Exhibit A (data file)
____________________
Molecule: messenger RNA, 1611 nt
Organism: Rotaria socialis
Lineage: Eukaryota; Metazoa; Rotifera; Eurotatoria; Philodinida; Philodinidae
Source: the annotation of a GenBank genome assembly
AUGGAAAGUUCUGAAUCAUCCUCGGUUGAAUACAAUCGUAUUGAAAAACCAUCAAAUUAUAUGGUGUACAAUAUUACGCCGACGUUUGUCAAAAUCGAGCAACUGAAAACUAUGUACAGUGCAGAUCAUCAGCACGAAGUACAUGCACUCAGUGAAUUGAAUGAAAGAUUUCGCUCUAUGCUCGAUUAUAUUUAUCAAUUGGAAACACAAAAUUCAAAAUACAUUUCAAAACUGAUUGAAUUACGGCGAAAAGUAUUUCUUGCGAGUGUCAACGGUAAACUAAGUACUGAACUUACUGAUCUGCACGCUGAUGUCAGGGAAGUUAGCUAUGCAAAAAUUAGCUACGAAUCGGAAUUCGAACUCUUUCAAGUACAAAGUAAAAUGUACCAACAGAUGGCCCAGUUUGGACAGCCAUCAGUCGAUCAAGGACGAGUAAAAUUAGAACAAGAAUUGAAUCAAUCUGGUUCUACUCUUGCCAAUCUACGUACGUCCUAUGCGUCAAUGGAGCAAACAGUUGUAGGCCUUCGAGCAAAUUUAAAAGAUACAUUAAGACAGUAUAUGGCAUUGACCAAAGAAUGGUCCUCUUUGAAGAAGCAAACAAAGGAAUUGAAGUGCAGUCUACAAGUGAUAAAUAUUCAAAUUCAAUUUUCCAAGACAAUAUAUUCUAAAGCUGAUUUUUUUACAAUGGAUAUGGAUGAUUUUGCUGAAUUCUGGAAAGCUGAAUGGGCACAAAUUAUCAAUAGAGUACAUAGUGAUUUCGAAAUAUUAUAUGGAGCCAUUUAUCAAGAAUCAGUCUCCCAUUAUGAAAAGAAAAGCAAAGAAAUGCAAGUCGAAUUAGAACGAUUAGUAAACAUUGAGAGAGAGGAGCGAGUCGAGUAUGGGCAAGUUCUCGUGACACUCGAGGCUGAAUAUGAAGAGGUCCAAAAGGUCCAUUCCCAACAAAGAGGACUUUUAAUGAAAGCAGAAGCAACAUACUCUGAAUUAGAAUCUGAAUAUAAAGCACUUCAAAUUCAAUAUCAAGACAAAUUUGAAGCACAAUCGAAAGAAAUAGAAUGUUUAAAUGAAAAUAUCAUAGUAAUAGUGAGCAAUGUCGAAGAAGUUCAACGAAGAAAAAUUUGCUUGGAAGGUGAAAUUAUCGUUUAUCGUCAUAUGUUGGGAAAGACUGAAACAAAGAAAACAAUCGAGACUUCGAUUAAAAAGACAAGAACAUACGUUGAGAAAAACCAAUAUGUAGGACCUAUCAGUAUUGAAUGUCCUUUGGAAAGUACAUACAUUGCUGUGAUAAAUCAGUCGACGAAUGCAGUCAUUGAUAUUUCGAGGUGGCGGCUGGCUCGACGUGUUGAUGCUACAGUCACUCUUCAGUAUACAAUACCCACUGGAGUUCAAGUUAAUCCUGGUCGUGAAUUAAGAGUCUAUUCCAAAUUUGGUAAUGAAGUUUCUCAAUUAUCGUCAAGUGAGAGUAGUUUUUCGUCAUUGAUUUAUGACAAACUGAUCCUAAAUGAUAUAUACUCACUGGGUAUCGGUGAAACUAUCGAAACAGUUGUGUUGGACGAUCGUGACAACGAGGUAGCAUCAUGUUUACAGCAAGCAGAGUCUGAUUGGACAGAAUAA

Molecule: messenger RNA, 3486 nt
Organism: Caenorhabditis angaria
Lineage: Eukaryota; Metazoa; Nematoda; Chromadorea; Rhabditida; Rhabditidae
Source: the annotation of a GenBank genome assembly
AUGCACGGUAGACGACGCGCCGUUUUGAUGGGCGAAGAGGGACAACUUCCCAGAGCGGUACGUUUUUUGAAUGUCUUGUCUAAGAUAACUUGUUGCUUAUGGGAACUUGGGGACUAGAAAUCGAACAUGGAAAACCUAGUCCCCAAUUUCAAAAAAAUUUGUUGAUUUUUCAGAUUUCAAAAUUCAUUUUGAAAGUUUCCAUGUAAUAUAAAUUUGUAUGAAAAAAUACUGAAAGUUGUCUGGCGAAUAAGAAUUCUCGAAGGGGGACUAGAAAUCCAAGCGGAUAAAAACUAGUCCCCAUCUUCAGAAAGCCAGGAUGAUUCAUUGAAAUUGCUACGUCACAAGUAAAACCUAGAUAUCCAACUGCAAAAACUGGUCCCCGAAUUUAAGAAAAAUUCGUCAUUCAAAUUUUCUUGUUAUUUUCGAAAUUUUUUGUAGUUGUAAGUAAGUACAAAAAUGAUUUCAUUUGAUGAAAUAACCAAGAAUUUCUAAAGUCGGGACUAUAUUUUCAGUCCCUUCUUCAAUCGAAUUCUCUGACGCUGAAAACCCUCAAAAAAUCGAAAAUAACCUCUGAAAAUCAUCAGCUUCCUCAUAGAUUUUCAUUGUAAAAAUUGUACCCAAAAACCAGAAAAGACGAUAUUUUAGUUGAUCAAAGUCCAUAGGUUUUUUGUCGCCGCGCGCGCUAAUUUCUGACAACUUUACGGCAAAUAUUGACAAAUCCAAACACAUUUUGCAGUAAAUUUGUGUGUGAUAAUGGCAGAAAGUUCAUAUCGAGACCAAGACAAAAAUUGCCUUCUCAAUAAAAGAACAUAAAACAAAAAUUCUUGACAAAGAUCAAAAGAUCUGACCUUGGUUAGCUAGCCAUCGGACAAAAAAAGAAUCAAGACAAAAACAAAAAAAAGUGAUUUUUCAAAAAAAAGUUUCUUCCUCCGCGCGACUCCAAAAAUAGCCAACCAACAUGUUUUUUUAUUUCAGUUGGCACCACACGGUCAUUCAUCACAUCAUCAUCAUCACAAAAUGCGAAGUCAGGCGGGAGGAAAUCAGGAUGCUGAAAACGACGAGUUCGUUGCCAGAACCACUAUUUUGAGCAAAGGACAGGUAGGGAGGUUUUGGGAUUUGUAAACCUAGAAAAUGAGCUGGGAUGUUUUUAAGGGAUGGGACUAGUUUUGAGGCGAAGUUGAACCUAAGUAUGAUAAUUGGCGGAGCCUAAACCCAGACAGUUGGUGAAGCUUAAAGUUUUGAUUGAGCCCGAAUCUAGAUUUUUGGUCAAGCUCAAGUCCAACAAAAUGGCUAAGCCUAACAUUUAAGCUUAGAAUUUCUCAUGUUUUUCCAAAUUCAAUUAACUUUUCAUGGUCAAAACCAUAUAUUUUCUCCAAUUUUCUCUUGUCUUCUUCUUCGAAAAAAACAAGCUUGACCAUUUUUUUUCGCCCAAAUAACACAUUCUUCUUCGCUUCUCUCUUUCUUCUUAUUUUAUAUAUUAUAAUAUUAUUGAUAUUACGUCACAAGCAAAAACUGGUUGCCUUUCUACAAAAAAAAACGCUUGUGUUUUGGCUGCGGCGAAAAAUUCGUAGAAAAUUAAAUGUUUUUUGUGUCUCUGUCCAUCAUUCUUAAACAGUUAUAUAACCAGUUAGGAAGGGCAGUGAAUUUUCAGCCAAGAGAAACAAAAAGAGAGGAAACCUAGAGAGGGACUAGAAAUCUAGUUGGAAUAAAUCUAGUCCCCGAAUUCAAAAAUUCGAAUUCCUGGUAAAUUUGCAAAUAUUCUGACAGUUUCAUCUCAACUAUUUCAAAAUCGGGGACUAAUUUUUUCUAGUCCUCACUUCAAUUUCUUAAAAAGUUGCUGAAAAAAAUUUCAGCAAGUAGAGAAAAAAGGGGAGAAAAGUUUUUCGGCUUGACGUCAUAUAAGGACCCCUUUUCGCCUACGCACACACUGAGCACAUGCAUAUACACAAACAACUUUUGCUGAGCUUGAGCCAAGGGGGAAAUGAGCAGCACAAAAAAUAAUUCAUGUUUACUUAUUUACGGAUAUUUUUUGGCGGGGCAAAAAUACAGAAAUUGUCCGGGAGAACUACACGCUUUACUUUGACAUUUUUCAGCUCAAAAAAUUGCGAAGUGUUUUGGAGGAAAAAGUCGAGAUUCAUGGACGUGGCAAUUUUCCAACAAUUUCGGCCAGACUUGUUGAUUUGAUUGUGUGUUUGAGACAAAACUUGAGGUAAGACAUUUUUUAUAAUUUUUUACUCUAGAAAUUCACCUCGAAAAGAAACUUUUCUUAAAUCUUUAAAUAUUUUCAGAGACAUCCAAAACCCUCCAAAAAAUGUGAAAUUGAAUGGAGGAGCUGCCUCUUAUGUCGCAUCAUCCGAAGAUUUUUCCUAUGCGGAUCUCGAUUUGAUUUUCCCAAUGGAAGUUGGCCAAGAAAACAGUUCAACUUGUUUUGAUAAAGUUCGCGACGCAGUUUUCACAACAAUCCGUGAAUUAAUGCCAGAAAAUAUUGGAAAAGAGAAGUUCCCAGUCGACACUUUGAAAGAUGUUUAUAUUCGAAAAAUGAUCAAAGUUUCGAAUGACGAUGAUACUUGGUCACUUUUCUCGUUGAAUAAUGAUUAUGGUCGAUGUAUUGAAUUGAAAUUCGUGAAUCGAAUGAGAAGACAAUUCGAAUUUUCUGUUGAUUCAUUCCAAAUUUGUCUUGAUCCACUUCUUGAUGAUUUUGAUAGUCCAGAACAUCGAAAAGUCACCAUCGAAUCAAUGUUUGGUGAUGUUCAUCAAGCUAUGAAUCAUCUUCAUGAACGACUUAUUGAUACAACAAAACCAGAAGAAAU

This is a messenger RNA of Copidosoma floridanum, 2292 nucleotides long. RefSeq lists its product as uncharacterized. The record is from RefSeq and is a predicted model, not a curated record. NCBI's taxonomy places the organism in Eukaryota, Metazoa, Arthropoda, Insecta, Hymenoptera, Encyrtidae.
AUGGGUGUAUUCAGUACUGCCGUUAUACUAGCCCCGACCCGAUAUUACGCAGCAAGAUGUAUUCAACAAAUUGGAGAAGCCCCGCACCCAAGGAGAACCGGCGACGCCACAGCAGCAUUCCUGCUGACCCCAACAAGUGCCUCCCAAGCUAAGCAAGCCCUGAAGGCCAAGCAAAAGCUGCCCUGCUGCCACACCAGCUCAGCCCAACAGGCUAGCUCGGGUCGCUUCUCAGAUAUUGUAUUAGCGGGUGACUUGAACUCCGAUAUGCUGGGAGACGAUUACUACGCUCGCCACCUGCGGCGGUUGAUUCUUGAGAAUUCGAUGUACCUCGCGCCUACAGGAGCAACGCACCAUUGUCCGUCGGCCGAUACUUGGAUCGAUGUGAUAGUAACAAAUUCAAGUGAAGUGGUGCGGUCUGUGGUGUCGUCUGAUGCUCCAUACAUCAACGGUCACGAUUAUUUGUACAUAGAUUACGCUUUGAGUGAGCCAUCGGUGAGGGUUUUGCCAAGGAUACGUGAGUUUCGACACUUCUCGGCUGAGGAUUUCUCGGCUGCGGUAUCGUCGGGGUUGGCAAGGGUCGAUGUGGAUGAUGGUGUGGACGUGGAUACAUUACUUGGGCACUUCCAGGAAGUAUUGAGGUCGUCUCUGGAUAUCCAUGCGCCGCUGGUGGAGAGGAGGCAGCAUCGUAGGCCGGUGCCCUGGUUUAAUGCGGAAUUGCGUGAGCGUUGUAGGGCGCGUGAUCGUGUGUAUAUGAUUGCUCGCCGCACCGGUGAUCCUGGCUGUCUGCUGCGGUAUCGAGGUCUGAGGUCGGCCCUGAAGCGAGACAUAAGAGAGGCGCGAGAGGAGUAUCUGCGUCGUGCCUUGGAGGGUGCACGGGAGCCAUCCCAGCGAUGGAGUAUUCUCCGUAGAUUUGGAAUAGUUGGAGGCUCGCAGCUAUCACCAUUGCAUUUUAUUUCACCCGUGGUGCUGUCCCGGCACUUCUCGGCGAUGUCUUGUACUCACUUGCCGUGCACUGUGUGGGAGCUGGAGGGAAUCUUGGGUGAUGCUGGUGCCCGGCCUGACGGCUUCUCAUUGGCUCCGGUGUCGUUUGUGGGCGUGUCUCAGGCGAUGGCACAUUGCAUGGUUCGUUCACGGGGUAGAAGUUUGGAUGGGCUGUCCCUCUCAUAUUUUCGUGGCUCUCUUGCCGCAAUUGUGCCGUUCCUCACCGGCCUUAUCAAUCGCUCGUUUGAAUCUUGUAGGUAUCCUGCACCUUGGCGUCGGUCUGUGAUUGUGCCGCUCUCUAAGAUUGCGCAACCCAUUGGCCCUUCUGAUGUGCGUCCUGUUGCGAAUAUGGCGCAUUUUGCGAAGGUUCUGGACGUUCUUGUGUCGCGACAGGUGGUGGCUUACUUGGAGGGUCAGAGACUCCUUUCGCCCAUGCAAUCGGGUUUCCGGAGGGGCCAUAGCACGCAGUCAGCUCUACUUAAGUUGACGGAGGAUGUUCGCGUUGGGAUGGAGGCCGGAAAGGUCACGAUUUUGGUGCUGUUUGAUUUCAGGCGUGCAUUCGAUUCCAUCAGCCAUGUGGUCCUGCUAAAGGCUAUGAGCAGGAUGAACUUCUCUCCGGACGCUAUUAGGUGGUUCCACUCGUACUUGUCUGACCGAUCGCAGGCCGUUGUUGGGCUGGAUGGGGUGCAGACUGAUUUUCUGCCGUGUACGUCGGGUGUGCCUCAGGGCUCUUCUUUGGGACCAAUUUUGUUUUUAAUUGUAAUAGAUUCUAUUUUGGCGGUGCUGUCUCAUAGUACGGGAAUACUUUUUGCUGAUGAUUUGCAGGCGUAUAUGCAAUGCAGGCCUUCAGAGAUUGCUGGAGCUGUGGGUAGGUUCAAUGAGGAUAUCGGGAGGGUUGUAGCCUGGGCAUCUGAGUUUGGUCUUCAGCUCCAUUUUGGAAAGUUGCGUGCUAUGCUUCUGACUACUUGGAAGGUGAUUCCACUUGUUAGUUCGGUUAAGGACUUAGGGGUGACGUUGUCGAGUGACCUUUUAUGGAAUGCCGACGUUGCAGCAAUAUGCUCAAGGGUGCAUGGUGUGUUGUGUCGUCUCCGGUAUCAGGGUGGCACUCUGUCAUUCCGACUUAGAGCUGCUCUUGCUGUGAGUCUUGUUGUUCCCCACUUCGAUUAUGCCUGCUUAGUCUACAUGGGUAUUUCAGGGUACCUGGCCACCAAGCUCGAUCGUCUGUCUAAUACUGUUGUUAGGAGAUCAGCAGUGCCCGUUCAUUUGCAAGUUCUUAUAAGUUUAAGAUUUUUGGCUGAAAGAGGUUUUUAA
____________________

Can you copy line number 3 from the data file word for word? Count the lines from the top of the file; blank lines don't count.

Lineage: Eukaryota; Metazoa; Rotifera; Eurotatoria; Philodinida; Philodinidae